Forum - Banjo Ben Clark

Ukulele Advice

Hey Guy’s

Any one out there with a good personal experience of ukulele makes and models ?

I am looking to buy a good sounding mid priced Concert Uke but my budget is fairly limited. i.e. Martin Co Ukulele’s I regret to say are beyond my means at this time.

Actually, my son gave me one for Christmas this year. It holds tune really well, and I like the tone. Wasn’t a super expensive one, but I’ll get it out tomorrow and look up the info. on it.

I hear Luna and Lanai (I think are good mid range models). Real wood, not laminated on the Lanai. Even the full sized ones are super small and can be a challenge if you have large fingers.

Hope that helps.


OK…here’s a link to the one I got.

It is an ADM JU116-23. Sells for about 55.00

One more pic.

Thanks Jack much appreciated, I am leaning towards a more professional instrument. I have a good soprano starter uke which I have had for about five years but I a looking to upgrade to a concert uke as I am hoping to join a local band and I need a high quality instrument but without the high $$$ sign.

Here is some good news… you can get a nicely usable uke at any price point. I have ukes ranging from a cost less than my favorite set of bass strings to “nicer” ones and they are all equally usable (once setup correctly). Case in point: I did a blind sound test with a $40 pink uke made of unknown material (it’s painted) and a 1930’s or 40’s martin tenor. Musicians and others couldn’t identify them correctly with any regularity (myself included). Find one with good intonation and a good neck angle and you will be fine. Really cheap ones are not likely to be setup well, but if you address that, you should be good to go at any price point.

Edit: there are sound differences between ukes. However, IMHO, it is not like bigger instruments where you MUST pay a certain amount to get a decent sounding and playing instrument.


Hi Mike
Thanks for the info.
Not sure how to go about setting up a ukulele. Any tips ?

Set up isn’t very complicated, really no different than a guitar or banjo. If the strings are sitting too high on the nut a little needle file action takes care of that and same for the saddle. But most inexpensive ukes I’ve seen are very forgiving and just as easy to play out of the box as the expensive custom ukes. I have an antique Martin (100 yrs this year) that is no different in playability than the $40 uke my son bought a few years ago. (tone is a little different – it’s a uke who would even know). If you have a specific question, let me know, I made a few copies of mine and might be able to give some guidance.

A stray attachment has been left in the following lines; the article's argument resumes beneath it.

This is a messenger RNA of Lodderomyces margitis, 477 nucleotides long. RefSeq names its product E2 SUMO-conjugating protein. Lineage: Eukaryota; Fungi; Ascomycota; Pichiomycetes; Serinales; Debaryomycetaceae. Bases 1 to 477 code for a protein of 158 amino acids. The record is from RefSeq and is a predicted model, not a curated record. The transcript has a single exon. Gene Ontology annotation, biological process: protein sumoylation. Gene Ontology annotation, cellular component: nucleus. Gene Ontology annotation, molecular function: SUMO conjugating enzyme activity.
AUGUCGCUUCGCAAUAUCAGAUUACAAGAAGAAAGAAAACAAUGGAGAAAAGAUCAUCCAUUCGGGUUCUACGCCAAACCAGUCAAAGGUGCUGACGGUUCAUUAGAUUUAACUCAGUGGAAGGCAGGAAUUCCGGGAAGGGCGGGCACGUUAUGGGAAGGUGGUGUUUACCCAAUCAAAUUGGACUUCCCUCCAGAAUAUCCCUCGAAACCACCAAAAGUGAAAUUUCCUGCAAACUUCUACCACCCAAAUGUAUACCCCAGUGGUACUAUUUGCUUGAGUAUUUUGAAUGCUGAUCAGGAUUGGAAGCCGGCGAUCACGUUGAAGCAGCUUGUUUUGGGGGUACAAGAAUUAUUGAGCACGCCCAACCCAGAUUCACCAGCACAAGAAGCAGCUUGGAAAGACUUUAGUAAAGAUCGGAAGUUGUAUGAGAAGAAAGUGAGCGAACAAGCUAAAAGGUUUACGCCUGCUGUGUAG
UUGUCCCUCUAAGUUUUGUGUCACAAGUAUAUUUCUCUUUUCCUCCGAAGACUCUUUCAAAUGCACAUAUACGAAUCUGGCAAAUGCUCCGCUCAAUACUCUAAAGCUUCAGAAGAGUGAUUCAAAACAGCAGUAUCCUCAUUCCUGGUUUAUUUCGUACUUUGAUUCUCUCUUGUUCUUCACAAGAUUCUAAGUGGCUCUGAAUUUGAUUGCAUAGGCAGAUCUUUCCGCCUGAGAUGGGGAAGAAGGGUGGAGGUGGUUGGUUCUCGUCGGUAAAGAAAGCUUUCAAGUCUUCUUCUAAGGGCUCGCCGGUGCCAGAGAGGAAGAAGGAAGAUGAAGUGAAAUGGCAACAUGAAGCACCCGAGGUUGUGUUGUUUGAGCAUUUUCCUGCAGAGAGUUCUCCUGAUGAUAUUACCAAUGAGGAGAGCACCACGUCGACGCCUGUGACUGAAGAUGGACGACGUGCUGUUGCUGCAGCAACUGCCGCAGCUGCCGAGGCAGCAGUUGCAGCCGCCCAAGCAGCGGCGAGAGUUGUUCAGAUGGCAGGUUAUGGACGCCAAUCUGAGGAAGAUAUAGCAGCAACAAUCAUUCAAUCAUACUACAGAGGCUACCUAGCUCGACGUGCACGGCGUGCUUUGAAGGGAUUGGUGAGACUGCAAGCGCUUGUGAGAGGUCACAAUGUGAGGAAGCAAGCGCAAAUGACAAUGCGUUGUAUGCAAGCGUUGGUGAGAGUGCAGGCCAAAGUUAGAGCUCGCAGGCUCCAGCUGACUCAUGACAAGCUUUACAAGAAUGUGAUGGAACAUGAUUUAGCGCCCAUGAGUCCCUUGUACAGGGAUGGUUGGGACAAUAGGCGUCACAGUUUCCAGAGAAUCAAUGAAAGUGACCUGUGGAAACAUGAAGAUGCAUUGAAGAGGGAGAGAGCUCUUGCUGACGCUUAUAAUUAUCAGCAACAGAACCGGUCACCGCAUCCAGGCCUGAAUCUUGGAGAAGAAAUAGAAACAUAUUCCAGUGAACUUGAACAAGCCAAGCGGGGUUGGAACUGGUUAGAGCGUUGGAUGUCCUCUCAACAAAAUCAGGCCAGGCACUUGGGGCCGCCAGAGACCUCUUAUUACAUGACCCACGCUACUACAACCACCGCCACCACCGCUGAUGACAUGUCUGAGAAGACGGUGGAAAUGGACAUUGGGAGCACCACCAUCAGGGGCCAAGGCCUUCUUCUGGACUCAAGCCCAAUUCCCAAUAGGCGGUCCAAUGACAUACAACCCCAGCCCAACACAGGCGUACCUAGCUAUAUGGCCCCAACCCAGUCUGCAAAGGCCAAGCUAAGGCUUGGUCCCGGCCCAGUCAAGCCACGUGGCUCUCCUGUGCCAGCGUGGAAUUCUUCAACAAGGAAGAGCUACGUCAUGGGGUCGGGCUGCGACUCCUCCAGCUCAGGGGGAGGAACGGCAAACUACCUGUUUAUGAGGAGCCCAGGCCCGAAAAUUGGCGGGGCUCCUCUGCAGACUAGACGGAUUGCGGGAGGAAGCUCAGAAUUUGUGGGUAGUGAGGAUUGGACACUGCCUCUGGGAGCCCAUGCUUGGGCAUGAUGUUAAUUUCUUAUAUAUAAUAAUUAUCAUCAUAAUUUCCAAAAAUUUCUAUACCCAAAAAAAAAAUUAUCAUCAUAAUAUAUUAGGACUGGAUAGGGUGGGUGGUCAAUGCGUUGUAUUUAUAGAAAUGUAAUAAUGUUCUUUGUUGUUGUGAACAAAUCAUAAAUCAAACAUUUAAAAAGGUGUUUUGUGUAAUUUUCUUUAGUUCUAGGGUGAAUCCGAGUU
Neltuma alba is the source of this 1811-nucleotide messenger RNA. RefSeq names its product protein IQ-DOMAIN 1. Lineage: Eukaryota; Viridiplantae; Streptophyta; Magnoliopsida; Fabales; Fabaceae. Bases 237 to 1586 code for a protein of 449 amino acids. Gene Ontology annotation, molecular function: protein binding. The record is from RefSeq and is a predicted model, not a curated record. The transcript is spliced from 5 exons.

Hi Daniel

I am just trying to assemble some info on current makers and models before heading out this weekend to find out what’s available locally.

Hey Archie,

Maybe these would interest you. I’ve been told that they are made from non laminated wood, so they have a good tone. I wouldn’t know about how to setup properly. They’re nylon strings, so should be fairly easy to play.

Let us know how it goes when you get connected with a band.


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Sounds like fun, a perfect weekend activity. I did some uke shopping this summer in Honolulu and was amazed by the range of makers available and the different styles, woods, etc. And prices varied just as much. Good luck!

Hi Jack

These look like the high quality instruments I am after. Alas no local dealerships. All north central USA.

Met with the band this evening and the seem like a great crowd. They made me most welcome so I am itching to get started.

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Hi Daniel

Hawaii is THE PLACE for ukuleles.

I have a Lanikai myself and love it. I second what Mike said above about not paying too much. IMHO, as long as it has a good action, the next thing to look for is a set of quality tuners. That seems to be the biggest problem on cheap Ukes in my experience. The tuners just won’t stay put.

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Yes, I agree about the tuners that seems to be a big issue with the Asian Ukuleles. I have seen several where the worm and gear drive wear down or pop out of the housing. Thanks for reminding me to check these.

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Remember swapping out bad tuners for better replacements is a really easy process and good quality tuners can be had for a modest price. If the uke is otherwise good, this is a half hour task, not including time procure the replacements.

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Yep, I had an Ibanez Les Paul that did the exact thing. If I could only have back all the gear I’ve sold and traded over the years. :tired_face:

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Hi Daniel

That was my very thought’s as I posted my last message. I much prefer planetary tuners they seem to respond well and the tuning process is a lot easier.

And, if you really want to go au naturel, wood pegs can be used. A lutemaker in your area has the reamers and pegmaking capability to do that. :slight_smile: My old uke has its original pegs and the last copy I made has homemade pegs, too, from a tree in my garden. :blush:

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